As we have seen in the previous chapters, it is common to map the relevant features of the objects in a database onto the dimensions of a vector space and perform nearest neighbor or range search queries in this space (Figure 7.1). The nearest neighbor query returns a predetermined number of database objects that are closest to the query object in the feature space. The range query, on the other hand, identifies and returns those objects whose distance from the query object is less than a provided threshold.
A naive way of executing these queries is to have a lookup file containing the vector representations of all the objects in the database and scan this file for the required matches, pruning those objects that do not satisfy the search condition. Although this approach might be feasible for small databases where all objects fit into the main memory, for large databases, a full scan of the database quickly becomes infeasible. Instead, multimedia database systems use specialized indexing techniques to help speed up search by pruning the irrelevant portions of the space and focusing on the parts that are likely to satisfy the search predicate (Figure 7.2).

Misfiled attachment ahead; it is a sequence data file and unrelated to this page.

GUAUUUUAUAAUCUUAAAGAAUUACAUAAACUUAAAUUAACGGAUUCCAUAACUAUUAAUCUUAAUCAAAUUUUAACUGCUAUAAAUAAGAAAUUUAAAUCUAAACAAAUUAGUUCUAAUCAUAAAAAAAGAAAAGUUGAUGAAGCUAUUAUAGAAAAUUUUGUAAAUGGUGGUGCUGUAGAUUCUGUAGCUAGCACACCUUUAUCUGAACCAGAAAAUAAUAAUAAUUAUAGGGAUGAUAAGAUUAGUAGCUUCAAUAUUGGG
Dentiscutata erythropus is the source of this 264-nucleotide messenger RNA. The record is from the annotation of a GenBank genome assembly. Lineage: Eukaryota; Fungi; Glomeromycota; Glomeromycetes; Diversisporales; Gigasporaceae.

Index structures that support range or nearest neighbor searches in general lay the data out on disk in sorted order (Figure 7.3(a)). Given a pointer to a data element on disk, this enables constraining further reads on the disk to only those disk pages that are in immediate neighborhood of this data element (Figure 7.3(b)).